Winslow suggests moms leave their infants with a child care provider for the same number of hours as a typical workday, to help plan their first day back to work. According to Winslow, other keys to success are the mother's commitment to breastfeeding, her ability to schedule her time, a supportive partner and family members, a supportive employer, and a day care provider who is supportive and educated about caring for a breastfed infant.
Here are some practical tips to ensure a smooth transition back to the workplace:
Talk to your employer—Work with your employer to create a workplace that is friendly toward breastfeeding. Try to find an advocate at your place of employment who is supportive of breastfeeding and can help you if any problems arise.
Maintain privacy—Ensure that you have a private space to pump, with an electrical outlet, a place to store milk, and facilities to rinse the pump parts.
Buy a good pump—You need an effective pump. For women separated from their babies for a full work-day, this often means a hospital-grade pump that will provide enough pressure and speed to reproduce the baby's sucking and stimulate continued milk supply over time.
Dress appropriately—Wear clothing that will hide any leakage and allow for easy pumping at work—avoid dresses, and clingy or transparent blouses. Use a hair clip to hold your blouse out of the way.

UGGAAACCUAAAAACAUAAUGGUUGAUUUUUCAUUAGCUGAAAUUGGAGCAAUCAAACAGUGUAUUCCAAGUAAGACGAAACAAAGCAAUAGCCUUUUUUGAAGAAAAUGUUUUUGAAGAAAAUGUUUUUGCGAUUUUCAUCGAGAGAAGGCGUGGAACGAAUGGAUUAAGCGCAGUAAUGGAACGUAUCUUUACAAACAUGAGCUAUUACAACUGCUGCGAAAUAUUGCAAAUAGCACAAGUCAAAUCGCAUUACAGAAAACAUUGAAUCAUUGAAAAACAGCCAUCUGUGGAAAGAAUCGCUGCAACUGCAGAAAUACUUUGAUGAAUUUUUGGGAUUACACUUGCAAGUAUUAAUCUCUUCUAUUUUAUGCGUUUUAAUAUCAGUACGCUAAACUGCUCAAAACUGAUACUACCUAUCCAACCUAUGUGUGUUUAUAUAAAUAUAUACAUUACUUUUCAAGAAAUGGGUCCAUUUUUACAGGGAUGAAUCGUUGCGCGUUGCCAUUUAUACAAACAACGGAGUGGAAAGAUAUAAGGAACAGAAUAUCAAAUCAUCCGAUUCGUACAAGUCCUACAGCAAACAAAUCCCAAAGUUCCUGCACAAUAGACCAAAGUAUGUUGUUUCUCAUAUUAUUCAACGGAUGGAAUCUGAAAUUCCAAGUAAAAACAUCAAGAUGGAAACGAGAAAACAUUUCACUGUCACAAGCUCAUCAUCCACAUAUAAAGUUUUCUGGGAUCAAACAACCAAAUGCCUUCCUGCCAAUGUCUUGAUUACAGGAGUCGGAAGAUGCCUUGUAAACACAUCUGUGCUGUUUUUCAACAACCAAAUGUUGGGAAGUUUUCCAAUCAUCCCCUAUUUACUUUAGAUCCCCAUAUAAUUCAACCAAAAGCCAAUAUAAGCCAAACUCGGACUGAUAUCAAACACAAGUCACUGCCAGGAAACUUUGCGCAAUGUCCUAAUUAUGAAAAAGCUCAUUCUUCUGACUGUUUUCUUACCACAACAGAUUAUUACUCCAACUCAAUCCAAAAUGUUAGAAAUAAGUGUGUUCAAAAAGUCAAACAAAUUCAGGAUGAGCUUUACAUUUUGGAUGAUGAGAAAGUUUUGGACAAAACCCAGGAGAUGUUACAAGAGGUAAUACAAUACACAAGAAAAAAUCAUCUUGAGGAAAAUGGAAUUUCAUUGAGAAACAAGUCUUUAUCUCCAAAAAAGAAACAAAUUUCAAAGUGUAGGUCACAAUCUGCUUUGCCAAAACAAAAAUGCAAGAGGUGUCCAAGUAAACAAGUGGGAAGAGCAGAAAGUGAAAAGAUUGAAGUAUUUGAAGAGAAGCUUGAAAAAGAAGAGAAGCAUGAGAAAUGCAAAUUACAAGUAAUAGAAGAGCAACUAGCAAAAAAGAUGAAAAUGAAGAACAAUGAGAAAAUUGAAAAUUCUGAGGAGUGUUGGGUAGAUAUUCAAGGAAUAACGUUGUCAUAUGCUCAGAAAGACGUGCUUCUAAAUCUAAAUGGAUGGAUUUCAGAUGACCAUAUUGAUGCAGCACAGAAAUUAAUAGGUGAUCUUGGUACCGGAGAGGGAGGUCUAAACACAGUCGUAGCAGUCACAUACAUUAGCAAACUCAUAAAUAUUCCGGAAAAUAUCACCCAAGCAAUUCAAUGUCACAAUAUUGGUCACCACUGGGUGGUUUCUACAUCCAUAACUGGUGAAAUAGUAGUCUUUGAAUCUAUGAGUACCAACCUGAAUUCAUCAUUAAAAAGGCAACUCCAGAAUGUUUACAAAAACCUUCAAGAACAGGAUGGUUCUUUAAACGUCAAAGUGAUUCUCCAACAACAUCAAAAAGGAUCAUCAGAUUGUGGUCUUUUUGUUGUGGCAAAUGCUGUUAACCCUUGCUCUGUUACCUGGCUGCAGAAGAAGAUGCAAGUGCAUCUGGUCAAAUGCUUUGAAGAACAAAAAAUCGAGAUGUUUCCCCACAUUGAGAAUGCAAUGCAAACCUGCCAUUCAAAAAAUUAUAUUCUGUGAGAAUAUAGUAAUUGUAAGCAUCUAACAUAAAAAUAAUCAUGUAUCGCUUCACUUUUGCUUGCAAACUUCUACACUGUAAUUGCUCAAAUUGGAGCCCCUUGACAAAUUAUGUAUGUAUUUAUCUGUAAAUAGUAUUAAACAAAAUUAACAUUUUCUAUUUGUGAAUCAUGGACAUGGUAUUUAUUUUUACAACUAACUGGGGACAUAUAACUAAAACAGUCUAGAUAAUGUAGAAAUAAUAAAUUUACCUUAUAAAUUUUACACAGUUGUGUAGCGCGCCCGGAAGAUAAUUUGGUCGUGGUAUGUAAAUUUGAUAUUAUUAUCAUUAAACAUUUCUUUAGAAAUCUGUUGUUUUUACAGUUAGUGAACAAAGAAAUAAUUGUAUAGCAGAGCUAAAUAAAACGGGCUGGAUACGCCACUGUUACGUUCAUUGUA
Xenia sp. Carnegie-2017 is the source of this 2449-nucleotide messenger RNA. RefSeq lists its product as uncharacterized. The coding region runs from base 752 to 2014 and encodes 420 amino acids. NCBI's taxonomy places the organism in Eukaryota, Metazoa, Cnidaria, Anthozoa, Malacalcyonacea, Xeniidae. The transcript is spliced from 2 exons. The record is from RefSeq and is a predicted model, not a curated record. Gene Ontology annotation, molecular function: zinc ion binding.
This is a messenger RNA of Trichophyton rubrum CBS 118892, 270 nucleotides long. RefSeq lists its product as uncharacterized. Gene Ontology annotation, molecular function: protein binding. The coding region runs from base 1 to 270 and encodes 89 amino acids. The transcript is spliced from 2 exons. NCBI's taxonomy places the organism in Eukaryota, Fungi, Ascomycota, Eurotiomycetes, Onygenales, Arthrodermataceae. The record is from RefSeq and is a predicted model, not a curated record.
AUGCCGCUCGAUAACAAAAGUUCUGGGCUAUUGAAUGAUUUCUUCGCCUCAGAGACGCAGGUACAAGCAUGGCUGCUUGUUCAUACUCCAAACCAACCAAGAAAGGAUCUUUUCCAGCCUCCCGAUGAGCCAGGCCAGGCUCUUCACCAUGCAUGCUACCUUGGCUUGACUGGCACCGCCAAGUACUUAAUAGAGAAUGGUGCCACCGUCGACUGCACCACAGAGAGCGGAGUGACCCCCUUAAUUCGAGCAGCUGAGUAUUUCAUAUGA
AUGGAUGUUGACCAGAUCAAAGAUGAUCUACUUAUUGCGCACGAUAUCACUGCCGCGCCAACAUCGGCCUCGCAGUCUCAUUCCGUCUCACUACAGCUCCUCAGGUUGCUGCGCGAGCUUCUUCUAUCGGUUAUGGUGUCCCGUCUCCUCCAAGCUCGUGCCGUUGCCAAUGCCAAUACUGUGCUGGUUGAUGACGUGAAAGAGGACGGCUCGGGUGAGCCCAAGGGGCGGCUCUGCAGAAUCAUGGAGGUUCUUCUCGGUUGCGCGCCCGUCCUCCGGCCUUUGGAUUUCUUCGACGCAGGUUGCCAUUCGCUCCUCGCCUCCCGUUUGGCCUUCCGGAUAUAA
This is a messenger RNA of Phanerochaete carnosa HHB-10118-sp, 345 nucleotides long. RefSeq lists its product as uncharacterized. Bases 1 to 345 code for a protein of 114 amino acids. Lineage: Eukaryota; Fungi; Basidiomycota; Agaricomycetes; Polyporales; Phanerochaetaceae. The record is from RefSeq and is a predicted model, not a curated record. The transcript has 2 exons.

Pencil it in—Schedule pumping sessions in your date book as you would a meeting.
Fuel your body—Drink water often while at work. Remember to eat well.
Take it easy—The first two weeks after returning to work are often the most tiring. Cut back on other activities during that time. Get as much help with household chores as possible.
Talk to friends—Find other moms who have successfully breastfed while working and enlist their support.
Ask the expert—Keep the telephone number of a lactation consultant handy in case problems arise.
Nurse whenever you can—If you decide to supplement with formula, nurse frequently when you are with your baby to maintain your milk supply.
Remember that medicine can affect your breast milk and your baby—Talk to your doctor before taking prescription and over-the-counter medicine, as well as herbs and supplements.
Don't let anyone tell you that breastfeeding and working outside the home are mutually exclusive. With careful planning and forethought, you can break through all the barriers that hinder your ability to do a good job at work and be a nursing mom.
7/6/2009 DynaMed's Systematic Literature Surveillance
: Schwarz EB, Ray RM, Stuebe AM, et al. Duration of lactation and risk factors for maternal cardiovascular disease.
10/9/2009 DynaMed's Systematic Literature Surveillance
: Barclay AR, Russell RK, Wilson ML, Gilmour WH, Satsangi J, Wilson DC. Systematic review: the role of breastfeeding in the development of pediatric inflammatory bowel disease.
Please be aware that this information is provided to supplement the care
provided by your physician. It is neither intended nor implied to be a
substitute for professional medical advice. CALL YOUR HEALTHCARE PROVIDER
IMMEDIATELY IF YOU THINK YOU MAY HAVE A MEDICAL EMERGENCY. Always seek the
advice of your physician or other qualified health provider prior to
starting any new treatment or with any questions you may have regarding a